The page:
Evidently, Reuben saw her as merely his father's concubine. This may shed light on his actions. In Jewish law, a king is permitted to take a concubine. Perhaps this was Reuben's way of staking his claim on the kingship. If this woman who was his father's concubine was now taken by him (Reuben), it would indicate his usurping of his father's power and stature.

As a result, the punishment which Reuben suffered was threefold -- he lost the birthright, the priesthood and the kingship -- as we saw above.

The tragedy of Reuben, reverberates throughout these Torah portions, leading to the end of the Book of Genesis. Instead of being a spiritual leader, his position is auxiliary -- he lost the leadership that he was apparently seeking and he lost the double portion he was apparently seeking and he lost the priesthood.

Numerous sources speak of the repentence of Reuben. Perhaps this is why we are not to discuss his failures.

In the end we do not know what really was the sin of Reuben, yet numerous sources speak of the repentence of Reuben. Perhaps this is the reason we are not to discuss his failures.

One thing is certain -- greatness is not something which we are born into, it is not a birthright. Greatness must be earned. It can not be arranged, nor acquired by deception. Perhaps, as his mother had used deception, and his father had used deception, Reuben felt that this was his mandate as well. Perhaps he believed that he had to go create his own destiny -- whatever the means, the ends always justify one's action. Unfortunately for Reuben, that is just not so.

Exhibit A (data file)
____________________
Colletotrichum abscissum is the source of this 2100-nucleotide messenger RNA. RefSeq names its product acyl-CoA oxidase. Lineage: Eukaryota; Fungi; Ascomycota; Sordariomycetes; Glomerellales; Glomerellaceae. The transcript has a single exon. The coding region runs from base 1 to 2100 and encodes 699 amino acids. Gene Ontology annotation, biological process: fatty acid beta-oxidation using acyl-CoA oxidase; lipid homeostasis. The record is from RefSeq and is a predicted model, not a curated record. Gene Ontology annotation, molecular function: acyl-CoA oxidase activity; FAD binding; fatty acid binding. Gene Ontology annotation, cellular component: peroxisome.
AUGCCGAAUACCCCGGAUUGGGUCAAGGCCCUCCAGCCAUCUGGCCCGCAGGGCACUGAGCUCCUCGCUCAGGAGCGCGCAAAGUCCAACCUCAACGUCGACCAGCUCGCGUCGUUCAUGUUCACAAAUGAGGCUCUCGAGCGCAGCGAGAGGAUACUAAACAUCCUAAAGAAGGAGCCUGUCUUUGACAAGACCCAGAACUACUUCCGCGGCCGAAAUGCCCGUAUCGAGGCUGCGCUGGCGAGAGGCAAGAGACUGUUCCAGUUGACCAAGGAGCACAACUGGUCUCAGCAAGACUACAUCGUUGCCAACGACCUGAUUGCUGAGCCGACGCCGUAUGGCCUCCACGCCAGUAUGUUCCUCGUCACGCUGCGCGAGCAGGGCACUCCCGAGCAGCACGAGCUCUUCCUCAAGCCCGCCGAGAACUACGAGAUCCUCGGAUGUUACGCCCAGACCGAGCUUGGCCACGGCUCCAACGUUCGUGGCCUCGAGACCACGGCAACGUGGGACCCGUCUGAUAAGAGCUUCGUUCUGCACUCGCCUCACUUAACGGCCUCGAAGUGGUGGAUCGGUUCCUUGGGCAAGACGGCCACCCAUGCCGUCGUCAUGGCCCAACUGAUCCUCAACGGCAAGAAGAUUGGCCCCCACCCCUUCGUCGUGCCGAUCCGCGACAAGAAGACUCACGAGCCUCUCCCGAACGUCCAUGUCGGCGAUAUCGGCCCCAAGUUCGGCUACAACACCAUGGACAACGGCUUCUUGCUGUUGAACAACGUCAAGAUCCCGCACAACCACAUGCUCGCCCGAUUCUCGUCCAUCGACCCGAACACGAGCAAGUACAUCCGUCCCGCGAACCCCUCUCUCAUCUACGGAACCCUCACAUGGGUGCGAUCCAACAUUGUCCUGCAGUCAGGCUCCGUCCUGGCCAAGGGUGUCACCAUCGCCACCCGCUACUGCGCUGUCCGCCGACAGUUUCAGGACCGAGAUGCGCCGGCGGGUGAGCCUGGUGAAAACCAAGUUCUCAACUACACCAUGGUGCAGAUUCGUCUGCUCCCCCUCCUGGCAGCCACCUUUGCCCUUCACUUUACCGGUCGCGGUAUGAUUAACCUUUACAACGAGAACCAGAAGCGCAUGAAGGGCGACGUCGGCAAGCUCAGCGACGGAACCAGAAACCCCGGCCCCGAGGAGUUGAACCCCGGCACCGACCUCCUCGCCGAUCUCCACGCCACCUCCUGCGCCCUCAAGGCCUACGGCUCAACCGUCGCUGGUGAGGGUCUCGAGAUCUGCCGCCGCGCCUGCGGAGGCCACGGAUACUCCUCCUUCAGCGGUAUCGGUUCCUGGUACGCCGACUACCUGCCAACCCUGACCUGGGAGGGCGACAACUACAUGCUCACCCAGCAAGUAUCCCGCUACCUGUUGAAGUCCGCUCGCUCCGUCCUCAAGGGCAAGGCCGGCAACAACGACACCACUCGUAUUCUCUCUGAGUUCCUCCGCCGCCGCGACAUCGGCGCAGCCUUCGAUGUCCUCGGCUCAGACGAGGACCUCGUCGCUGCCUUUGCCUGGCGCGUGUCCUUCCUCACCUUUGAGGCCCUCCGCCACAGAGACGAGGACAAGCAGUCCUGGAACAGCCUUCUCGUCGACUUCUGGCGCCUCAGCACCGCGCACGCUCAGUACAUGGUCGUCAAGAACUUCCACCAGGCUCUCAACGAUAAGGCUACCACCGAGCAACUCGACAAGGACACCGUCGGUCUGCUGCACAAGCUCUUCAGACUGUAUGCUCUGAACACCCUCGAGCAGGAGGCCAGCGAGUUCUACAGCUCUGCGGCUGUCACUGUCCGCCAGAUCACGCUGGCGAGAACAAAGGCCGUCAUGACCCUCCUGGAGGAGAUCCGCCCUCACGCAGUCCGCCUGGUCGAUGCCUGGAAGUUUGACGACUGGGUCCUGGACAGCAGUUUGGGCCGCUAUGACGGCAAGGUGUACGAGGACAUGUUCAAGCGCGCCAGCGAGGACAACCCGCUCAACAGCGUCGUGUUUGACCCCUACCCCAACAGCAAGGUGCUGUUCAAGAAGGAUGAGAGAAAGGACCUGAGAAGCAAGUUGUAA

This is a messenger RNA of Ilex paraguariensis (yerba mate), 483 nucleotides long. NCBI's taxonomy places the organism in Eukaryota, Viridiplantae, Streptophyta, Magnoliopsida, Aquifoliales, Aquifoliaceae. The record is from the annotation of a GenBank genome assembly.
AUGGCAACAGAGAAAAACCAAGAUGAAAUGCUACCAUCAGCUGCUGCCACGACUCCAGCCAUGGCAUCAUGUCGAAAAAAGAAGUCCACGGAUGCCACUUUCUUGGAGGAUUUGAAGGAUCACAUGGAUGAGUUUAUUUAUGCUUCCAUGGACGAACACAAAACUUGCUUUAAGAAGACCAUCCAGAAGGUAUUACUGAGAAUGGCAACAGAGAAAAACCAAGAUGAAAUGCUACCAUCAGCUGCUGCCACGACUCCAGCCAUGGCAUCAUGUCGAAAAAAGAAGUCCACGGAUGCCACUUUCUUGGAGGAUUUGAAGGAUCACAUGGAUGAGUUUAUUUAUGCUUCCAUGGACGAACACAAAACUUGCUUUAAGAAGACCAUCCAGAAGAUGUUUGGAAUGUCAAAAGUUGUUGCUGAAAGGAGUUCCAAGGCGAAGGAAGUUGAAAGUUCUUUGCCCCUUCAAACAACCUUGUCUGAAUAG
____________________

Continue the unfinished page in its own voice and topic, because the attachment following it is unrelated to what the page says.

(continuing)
1. Mishna Chagiga 2:1, the term sitrie, "secret," is used in the Talmud on the same page. (return to text)


  2. [Psuedo] Yonatan [Yerushami] (return to text)


  3. Parallel sources have instead of the word "mistaken" the word "foolish." This would lean in the direction that it is not a "mistaken" position, rather one which should not be stated. See Kasher in Torah Shlema note 93. (return to text)



  4. I have often wondered what constitutes heresy believing an unacceptable position or stating it. See the Mishna in Chelek:

    "All Israel have a portion in the world to come -- for it is written, Thy people are all righteous; they shall inherit the land for ever, the branch of my planting, the work of my hands, that I may be glorified -- but the following have no portion therein: he who says that resurrection is not a biblical doctrine, the Torah was not divinely revealed, and the heretic. (return to text)